The last few weeks have been full of unrest in our nation. For some of our fellow citizens, it has been downright dangerous.
While some might feel their individual choice to vote for the Donald Trump was not intended as an endorsement of the discriminatory and negative rhetoric he used on the campaign trail, his election did indeed embolden those who harbor hate against racial and religious minorities. We have seen the evidence of this in the hundreds of hate crimes that have occurred since Election Day, as the Southern Poverty Law Center reports.
This isn’t simply post-election violence. It is an extension of the increase in incidents of violence against Americans who are Muslim that we saw throughout 2015. The FBI statistics released last week showed that hate crimes against Muslims in our country rose 67 percent, and other reports have shown that they are at their highest since just after 9/11.
When I heard last fall that members of the mosque in Lexington, Kentucky — my own hometown — had received death threats, my heart sank. In my work, I hear about incidents like this all the time, and it is painful every time. But it’s most painful when it’s my own community, where I was born and raised, learning to love my neighbor and extend hospitality and generosity to everyone.
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I have talked with many friends who feel angry and hurt by the outcome of the election; they feel that many Americans decided that the lives and well-being of racial and religious minorities weren’t that important to them, in the end. I have also talked to many friends who voted for Trump, who didn’t like his rhetoric, but felt that he was the best hope for the country. But the hate and bigotry came with the package, and we’re going to have to all work to actively address it, if we are going to heal.
We cannot heal through calls for unity or civility that do not address the people and policies that will continue to harm and marginalize minority groups. There has been talk of a registry for Muslims and an immigration policy that uses religion as a test for entry. Several known anti-Muslim extremists have been named or floated for positions in the incoming administration.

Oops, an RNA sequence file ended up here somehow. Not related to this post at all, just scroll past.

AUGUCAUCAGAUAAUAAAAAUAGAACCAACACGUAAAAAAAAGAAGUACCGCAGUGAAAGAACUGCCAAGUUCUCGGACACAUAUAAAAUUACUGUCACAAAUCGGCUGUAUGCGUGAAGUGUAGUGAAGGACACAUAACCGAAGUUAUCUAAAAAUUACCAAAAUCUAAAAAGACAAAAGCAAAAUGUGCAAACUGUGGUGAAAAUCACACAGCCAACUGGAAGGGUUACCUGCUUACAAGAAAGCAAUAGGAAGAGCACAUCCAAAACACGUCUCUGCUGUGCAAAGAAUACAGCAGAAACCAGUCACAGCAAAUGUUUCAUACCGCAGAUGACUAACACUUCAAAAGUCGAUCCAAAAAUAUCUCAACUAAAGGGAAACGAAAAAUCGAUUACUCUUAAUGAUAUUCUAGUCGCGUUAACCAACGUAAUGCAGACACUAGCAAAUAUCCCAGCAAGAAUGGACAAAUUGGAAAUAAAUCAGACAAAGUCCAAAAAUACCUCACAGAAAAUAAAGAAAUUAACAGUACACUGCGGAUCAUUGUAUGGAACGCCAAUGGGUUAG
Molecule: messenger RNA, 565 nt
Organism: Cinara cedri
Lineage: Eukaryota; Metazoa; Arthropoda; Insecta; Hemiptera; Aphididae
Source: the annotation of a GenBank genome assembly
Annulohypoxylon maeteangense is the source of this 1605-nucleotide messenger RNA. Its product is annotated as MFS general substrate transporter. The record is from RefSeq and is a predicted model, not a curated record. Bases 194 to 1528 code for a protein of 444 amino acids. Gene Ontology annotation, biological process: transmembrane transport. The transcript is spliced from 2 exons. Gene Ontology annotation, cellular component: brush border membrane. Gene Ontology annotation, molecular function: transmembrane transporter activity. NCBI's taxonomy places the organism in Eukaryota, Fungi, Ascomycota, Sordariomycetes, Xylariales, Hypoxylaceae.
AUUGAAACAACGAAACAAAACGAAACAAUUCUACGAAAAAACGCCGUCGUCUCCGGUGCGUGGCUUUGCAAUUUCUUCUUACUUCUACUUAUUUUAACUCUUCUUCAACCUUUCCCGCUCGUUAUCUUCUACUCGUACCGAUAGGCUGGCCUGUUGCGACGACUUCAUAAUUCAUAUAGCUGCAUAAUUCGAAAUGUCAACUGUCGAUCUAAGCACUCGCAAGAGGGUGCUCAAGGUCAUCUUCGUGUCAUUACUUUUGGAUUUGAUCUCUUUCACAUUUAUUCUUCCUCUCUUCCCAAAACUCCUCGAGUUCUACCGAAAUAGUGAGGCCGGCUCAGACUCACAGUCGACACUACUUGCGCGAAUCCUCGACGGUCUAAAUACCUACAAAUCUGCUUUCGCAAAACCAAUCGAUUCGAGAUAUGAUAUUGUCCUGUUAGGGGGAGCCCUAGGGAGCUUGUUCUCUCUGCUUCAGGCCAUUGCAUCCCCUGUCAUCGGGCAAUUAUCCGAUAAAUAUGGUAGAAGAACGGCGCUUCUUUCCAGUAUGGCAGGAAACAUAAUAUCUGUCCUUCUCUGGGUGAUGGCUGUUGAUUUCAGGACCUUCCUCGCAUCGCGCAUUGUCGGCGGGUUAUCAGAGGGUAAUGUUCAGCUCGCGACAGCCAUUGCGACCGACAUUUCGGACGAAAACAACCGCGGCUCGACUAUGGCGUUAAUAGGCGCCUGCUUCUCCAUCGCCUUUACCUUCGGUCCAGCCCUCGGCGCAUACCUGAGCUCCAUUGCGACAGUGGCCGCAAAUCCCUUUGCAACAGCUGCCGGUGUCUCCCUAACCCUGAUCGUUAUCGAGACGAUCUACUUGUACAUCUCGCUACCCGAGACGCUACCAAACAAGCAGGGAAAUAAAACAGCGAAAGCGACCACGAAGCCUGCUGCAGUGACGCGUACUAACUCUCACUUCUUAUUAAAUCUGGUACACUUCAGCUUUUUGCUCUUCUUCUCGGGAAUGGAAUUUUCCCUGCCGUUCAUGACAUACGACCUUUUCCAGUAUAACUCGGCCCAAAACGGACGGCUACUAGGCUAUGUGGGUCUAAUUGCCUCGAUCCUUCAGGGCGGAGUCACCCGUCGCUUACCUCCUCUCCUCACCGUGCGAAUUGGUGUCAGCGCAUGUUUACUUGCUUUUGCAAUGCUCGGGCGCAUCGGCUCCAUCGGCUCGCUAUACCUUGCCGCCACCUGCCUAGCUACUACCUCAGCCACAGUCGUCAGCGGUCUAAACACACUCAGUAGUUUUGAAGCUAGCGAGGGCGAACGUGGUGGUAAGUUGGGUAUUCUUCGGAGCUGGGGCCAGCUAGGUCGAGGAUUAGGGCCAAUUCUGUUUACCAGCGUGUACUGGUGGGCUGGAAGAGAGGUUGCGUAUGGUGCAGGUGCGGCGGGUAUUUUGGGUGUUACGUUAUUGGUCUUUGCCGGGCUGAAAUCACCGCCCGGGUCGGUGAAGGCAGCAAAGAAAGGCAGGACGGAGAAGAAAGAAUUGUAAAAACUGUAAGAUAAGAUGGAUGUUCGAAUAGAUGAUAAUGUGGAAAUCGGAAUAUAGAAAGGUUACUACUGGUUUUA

Anyone who does not support bigotry or discrimination, and particularly those who pride themselves in standing for freedom of religion, should vehemently oppose these steps.
In President-elect Donald Trump’s acceptance speech, he promised to be a president for all Americans. That includes people from all racial and religious backgrounds. It includes those who have joined us recently, those whose ancestors immigrated over two centuries ago or were forcefully brought to these shores, and those who are indigenous. We need to hold President-elect Trump accountable to truly representing and respecting the rights and freedoms of all.
I have hope that our nation will come together across the divisions that have been revealed this year. With every incident of violence, there were numerous examples of how people came alongside individuals and communities to help and support. We are stronger when we stand united, and will work together to realize the vision of “one nation, indivisible, with liberty and justice for all.”
Catherine Orsborn, a Lexington native, is campaign director of Shoulder to Shoulder, a national campaign of interfaith organizations dedicated to ending anti-Muslim bigotry.